What does success mean to you?
Society measures success by money.
When someone is “successful,” it often means they’re financially successful or successful in business.
For example, Success Magazine is completely devoted to financial and business success.
But what does that really have to do with success?
We both know that, according to the Bible, financial or business success is a tiny part of success.
Webster defines success as simply “favorable or desired outcome,” granted it also goes on to include the attainment of wealth in the definition, but I think it’s evolved into that based on society’s view of success.
The questions isn’t “what does success means to the world?”, the questions is “what does success mean to you?”
So… what does it mean? Is it important? How important?
Does Success Even Matter?
“Try not to become a man of success but rather try to become a man of value.” Albert Einstein
From a Biblical perspective, attaining wealth isn’t the ultimate goal, though it’s not a bad thing.
Some of the greatest people from the Old Testament had great wealth.
But how should Christians really measure success 1?
We may consider one Christian more successful than the other if he seems to be better at keeping the commandments of God. Oh I know we would never admit to that, but we do it – subconsciously if nothing else.
I’m guilty of measuring myself up to other Christians.
“How did I perform today?”
“At least I don’t sin as much as that guy!”
These are things that go through my head, and hopefully I take hold of these thoughts, nail them to the cross, and find better things to muse on, but often I don’t. Often, I don’t realize I’m measuring my success in this way until I’ve been doing it for a while.
I have, however, found a way to gauge success as a Christian that seems to be both Biblical and effective. It serves as a great reminder.
How I Measure Success as a Christian
When I think of success, I try to keep one thing in mind:
There is nothing I can do—no way I can perform—that will make God love me any more or less than He does right now at this very moment. I cannot contribute to my salvation since it has nothing to do with me and everything to do with Christ.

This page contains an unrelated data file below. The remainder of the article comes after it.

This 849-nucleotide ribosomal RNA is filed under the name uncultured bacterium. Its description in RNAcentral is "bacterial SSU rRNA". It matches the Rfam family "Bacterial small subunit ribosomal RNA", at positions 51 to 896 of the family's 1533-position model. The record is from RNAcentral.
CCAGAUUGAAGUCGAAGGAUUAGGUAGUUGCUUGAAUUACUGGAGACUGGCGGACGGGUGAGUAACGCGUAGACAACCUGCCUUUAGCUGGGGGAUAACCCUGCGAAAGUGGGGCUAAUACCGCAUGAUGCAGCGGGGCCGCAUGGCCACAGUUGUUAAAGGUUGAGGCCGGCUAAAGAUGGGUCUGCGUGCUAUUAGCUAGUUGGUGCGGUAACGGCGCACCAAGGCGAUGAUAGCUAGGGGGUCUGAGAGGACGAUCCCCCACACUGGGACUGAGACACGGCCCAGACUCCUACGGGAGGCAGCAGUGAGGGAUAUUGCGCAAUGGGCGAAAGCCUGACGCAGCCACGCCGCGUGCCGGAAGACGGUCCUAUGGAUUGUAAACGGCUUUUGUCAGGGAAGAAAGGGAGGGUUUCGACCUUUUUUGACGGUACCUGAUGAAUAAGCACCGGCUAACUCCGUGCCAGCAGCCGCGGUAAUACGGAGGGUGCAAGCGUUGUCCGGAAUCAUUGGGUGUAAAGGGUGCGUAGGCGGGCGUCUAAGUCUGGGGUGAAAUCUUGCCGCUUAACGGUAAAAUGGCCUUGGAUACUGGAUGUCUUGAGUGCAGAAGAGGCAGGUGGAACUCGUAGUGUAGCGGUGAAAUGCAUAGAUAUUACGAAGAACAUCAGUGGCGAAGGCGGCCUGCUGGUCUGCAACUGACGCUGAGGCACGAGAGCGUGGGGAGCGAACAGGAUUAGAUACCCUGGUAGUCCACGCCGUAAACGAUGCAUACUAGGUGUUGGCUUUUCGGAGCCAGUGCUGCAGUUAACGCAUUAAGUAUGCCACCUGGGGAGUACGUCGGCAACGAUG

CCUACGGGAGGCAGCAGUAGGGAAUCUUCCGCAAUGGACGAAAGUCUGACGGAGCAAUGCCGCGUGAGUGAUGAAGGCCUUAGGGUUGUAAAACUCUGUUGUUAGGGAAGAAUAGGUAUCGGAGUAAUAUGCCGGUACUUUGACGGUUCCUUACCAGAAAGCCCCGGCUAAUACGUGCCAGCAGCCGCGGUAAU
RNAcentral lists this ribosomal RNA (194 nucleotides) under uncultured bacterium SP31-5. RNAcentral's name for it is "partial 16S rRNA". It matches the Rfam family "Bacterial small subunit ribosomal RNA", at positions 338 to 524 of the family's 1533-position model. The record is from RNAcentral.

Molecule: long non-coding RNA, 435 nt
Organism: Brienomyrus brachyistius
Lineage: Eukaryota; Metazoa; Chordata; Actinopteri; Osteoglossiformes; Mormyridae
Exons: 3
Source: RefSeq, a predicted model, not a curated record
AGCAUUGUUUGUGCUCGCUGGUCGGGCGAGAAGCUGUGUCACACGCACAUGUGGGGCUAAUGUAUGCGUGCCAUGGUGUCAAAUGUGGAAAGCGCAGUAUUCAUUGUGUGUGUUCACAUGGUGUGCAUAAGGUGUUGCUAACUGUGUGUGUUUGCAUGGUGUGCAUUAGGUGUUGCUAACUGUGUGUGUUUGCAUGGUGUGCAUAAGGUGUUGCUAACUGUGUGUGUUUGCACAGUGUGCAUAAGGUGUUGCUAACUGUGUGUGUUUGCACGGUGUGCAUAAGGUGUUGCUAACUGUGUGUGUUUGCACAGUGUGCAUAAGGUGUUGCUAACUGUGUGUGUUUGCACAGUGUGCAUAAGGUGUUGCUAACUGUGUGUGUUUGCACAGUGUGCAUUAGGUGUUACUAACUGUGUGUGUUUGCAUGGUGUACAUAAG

That being said, we can measure our success by asking a few questions:
- Am I growing in my understanding that Christ did everything for me, and I can’t do anything to save myself?
- Is my character growing every day in a way that aligns with God’s Word and plan for my life?
- Am I acting in a Christ-like way towards others (feeding the hungry, serving the poor, etc.)?
For I was hungry and you gave me food, I was thirsty and you gave me drink, I was a stranger and you welcomed me, I was naked and you clothed me, I was sick and you visited me, I was in prison and you came to me.’ Matthew. 25:35
As Albert Einstein said, it’s better to measure our being a person of value than our success.
Value and character go a long way. And both are more important than success. In fact, even the unbelievers will tell you that character is a requirement for true success. True success and happiness can only stem from good character.
That being said, what about all of the business and financial success? Is it wrong to strive for that?
What the Bible Says About Success
Christianity isn’t about living “your best life now,” or building up material possessions to “show people what God did for you.”
However, God wants to bless us, and this type of success often comes with having a full and fruitful life.
I’m investing for retirement. I have money saved. I like to buy nice things, and I’m sure you do too.
The key point here is to not make this type of success your primary focus in life. I’ve read too many articles about how diligent and focused you have to be on your number one goal to be a success.